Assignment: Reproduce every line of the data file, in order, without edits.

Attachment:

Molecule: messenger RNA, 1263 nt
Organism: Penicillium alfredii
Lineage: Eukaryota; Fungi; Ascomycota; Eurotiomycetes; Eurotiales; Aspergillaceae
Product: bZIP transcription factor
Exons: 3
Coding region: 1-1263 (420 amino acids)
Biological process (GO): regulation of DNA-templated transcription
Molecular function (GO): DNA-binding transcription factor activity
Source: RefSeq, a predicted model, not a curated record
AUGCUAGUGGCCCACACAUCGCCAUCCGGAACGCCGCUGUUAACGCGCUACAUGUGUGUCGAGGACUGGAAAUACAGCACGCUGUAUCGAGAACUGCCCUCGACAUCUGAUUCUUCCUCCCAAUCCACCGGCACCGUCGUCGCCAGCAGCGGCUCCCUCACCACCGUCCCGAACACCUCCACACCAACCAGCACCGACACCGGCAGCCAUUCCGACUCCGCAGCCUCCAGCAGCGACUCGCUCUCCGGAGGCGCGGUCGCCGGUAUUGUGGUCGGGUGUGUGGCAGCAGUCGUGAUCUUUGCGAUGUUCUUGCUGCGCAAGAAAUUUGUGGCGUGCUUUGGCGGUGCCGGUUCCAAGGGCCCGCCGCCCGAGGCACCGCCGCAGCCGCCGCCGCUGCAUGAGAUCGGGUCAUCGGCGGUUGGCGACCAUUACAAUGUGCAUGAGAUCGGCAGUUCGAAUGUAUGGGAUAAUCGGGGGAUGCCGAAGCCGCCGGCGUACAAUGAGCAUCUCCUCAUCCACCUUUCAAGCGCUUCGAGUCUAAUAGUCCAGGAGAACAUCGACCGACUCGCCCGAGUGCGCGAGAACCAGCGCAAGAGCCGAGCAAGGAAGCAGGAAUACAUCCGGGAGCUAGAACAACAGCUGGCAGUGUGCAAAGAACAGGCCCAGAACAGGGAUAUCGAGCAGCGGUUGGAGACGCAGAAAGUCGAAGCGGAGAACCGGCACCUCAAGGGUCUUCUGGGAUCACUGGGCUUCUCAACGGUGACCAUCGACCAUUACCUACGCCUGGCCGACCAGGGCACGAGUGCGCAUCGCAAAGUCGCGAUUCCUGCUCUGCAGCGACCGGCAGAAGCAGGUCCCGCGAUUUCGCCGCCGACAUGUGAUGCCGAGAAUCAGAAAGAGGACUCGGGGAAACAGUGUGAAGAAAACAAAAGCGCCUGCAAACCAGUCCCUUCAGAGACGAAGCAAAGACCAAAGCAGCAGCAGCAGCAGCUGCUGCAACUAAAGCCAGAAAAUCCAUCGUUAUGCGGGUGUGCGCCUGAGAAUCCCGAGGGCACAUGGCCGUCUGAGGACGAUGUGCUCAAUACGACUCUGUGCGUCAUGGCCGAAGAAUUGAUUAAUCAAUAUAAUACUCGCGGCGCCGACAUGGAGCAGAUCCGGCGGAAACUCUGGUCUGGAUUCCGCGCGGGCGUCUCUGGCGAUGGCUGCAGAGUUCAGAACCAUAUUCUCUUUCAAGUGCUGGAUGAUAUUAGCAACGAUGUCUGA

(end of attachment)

Molecule: messenger RNA, 1263 nt
Organism: Penicillium alfredii
Lineage: Eukaryota; Fungi; Ascomycota; Eurotiomycetes; Eurotiales; Aspergillaceae
Product: bZIP transcription factor
Exons: 3
Coding region: 1-1263 (420 amino acids)
Biological process (GO): regulation of DNA-templated transcription
Molecular function (GO): DNA-binding transcription factor activity
Source: RefSeq, a predicted model, not a curated record
AUGCUAGUGGCCCACACAUCGCCAUCCGGAACGCCGCUGUUAACGCGCUACAUGUGUGUCGAGGACUGGAAAUACAGCACGCUGUAUCGAGAACUGCCCUCGACAUCUGAUUCUUCCUCCCAAUCCACCGGCACCGUCGUCGCCAGCAGCGGCUCCCUCACCACCGUCCCGAACACCUCCACACCAACCAGCACCGACACCGGCAGCCAUUCCGACUCCGCAGCCUCCAGCAGCGACUCGCUCUCCGGAGGCGCGGUCGCCGGUAUUGUGGUCGGGUGUGUGGCAGCAGUCGUGAUCUUUGCGAUGUUCUUGCUGCGCAAGAAAUUUGUGGCGUGCUUUGGCGGUGCCGGUUCCAAGGGCCCGCCGCCCGAGGCACCGCCGCAGCCGCCGCCGCUGCAUGAGAUCGGGUCAUCGGCGGUUGGCGACCAUUACAAUGUGCAUGAGAUCGGCAGUUCGAAUGUAUGGGAUAAUCGGGGGAUGCCGAAGCCGCCGGCGUACAAUGAGCAUCUCCUCAUCCACCUUUCAAGCGCUUCGAGUCUAAUAGUCCAGGAGAACAUCGACCGACUCGCCCGAGUGCGCGAGAACCAGCGCAAGAGCCGAGCAAGGAAGCAGGAAUACAUCCGGGAGCUAGAACAACAGCUGGCAGUGUGCAAAGAACAGGCCCAGAACAGGGAUAUCGAGCAGCGGUUGGAGACGCAGAAAGUCGAAGCGGAGAACCGGCACCUCAAGGGUCUUCUGGGAUCACUGGGCUUCUCAACGGUGACCAUCGACCAUUACCUACGCCUGGCCGACCAGGGCACGAGUGCGCAUCGCAAAGUCGCGAUUCCUGCUCUGCAGCGACCGGCAGAAGCAGGUCCCGCGAUUUCGCCGCCGACAUGUGAUGCCGAGAAUCAGAAAGAGGACUCGGGGAAACAGUGUGAAGAAAACAAAAGCGCCUGCAAACCAGUCCCUUCAGAGACGAAGCAAAGACCAAAGCAGCAGCAGCAGCAGCUGCUGCAACUAAAGCCAGAAAAUCCAUCGUUAUGCGGGUGUGCGCCUGAGAAUCCCGAGGGCACAUGGCCGUCUGAGGACGAUGUGCUCAAUACGACUCUGUGCGUCAUGGCCGAAGAAUUGAUUAAUCAAUAUAAUACUCGCGGCGCCGACAUGGAGCAGAUCCGGCGGAAACUCUGGUCUGGAUUCCGCGCGGGCGUCUCUGGCGAUGGCUGCAGAGUUCAGAACCAUAUUCUCUUUCAAGUGCUGGAUGAUAUUAGCAACGAUGUCUGA